The 2018 Blue Wave That Wasn’t, Really

Victor Davis Hanson // National Review

Editor’s Note: The following is the first of two excerpts from the revised and updated edition of The Case for Trump, out Tuesday from Basic Books.

Throughout the summer and early autumn of 2018, election experts had often predicted a massive blue wave of radical progressive pushback against Trump in the 2018 midterms: the long-awaited negative referendum on both his agenda and behavior, and thus at last an overdue reckoning for his entire Twitter-fueled presidency.  TOP ARTICLES2/5READ MOREChopin’s Heart, Poland’s Spirit

The Democratic tsunami against the incumbent president was promised to be analogous to the wipeout suffered by President Bill Clinton after his first two years (53 House, eight Senate seats lost), or Barack Obama’s even more disastrous 2010 loss (63 House, six Senate seats). The nonstop media attacks on Trump, still consistent with the 90 percent negative news coverage of his first few months in office, had certainly seemed to energize Democrats.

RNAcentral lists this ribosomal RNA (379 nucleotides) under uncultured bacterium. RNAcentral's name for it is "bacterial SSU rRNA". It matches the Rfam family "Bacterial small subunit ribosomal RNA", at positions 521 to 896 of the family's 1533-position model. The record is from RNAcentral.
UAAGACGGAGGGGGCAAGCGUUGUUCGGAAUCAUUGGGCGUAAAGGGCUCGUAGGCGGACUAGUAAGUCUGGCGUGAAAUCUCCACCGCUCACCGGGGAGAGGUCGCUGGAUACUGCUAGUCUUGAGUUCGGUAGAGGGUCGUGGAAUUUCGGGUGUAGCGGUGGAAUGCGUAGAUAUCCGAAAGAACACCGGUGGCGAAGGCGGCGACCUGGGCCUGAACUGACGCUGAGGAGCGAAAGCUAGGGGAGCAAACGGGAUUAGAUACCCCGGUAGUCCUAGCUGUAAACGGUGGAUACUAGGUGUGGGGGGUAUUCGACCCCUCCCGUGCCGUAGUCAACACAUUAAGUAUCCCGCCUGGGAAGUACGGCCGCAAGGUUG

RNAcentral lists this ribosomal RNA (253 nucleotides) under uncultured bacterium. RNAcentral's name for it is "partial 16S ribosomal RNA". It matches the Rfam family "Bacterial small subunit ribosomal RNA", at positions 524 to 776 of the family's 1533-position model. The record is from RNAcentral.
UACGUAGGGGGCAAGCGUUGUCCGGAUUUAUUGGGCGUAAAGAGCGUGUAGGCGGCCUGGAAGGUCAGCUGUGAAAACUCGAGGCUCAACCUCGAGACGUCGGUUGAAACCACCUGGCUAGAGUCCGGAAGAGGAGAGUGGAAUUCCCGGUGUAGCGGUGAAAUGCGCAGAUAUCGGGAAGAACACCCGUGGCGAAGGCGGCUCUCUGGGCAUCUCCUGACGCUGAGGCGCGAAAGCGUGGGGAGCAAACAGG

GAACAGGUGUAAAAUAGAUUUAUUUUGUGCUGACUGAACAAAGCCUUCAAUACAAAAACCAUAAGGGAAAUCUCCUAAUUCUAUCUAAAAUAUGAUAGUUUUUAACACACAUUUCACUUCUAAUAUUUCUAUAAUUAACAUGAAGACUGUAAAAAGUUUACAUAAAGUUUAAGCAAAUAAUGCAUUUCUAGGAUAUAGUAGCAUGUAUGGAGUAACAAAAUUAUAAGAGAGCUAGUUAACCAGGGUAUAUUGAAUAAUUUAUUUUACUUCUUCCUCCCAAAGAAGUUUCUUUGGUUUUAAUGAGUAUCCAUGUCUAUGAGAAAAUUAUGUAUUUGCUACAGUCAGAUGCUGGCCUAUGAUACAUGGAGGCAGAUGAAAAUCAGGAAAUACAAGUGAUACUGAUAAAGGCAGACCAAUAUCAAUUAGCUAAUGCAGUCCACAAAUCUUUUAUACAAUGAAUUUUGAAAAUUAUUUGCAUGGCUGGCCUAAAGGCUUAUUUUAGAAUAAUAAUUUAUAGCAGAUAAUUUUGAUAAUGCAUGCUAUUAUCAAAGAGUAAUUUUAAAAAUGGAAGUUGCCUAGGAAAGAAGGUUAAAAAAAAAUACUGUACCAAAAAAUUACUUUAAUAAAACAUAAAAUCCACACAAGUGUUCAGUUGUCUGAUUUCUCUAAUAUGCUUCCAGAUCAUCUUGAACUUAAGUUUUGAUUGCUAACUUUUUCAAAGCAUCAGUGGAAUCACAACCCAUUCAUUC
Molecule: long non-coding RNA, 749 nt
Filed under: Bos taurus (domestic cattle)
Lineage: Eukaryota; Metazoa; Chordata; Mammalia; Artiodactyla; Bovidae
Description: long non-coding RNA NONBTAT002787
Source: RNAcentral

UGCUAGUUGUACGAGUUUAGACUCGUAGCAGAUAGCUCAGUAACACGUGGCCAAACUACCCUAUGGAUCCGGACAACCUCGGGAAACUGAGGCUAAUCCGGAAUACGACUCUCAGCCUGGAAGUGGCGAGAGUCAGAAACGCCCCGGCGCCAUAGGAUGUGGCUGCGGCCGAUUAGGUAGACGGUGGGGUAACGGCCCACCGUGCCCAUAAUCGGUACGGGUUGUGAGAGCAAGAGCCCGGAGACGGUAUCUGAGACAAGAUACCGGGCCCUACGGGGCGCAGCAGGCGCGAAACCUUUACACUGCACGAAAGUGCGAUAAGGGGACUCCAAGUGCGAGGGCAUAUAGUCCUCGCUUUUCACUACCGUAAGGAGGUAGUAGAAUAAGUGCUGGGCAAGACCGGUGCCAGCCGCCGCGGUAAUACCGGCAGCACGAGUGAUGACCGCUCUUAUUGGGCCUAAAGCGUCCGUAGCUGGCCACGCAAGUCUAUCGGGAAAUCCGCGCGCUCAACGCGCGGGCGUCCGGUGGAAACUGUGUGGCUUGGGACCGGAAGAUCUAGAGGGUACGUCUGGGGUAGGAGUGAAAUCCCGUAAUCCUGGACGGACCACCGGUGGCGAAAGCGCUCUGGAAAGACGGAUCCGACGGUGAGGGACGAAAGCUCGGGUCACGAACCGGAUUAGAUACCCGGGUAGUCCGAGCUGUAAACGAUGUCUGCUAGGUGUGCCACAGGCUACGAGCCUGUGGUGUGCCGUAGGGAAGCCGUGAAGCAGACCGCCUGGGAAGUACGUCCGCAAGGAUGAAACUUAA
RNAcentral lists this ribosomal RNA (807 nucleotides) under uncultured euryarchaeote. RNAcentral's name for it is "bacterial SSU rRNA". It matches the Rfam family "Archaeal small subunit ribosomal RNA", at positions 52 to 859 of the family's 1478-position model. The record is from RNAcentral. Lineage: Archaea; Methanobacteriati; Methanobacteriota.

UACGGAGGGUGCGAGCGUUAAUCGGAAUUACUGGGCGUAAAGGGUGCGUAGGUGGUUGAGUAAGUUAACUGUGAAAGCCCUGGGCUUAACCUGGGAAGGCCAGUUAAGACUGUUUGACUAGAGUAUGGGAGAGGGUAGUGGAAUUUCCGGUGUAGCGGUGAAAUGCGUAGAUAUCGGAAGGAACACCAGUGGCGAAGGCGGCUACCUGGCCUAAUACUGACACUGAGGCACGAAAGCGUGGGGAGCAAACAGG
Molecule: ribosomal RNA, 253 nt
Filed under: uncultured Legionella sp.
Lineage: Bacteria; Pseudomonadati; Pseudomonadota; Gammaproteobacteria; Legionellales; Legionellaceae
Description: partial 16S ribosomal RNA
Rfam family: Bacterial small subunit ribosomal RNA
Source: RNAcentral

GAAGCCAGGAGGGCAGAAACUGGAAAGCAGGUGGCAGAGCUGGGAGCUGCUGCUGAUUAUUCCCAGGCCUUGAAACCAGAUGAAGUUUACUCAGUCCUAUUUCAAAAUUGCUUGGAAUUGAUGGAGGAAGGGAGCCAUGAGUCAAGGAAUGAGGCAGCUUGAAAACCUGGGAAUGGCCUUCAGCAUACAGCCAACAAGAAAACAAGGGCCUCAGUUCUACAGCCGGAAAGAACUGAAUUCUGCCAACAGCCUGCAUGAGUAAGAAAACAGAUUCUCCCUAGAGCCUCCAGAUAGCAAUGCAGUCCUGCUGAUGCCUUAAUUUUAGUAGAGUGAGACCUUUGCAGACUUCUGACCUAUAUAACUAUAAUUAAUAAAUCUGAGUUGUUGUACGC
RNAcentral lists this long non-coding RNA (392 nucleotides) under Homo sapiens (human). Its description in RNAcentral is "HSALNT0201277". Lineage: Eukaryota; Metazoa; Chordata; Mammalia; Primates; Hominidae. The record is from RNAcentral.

Indeed, by election eve, Democrats, in the preponderant manner of the 2016 campaign, had raised a record $1 billion for state, House, and Senate midterm races, with hundreds of millions more garnered by the progressive political-action committees. Turnout in some states set records for any president’s first midterm election. Democrats ran a number of centrists and military veterans in congressional districts that Trump had won, campaigning on Trump as the destroyer of Everyman’s right to health care. Democrats promoted voter harvesting and massive registration drives to expand the electorate in districts that had previously been lost to Republicans. Yet the subsequent radical themes of the 2020 presidential election were rarely to be heard in 2018; instead, they were manifested stealthily on the ground.

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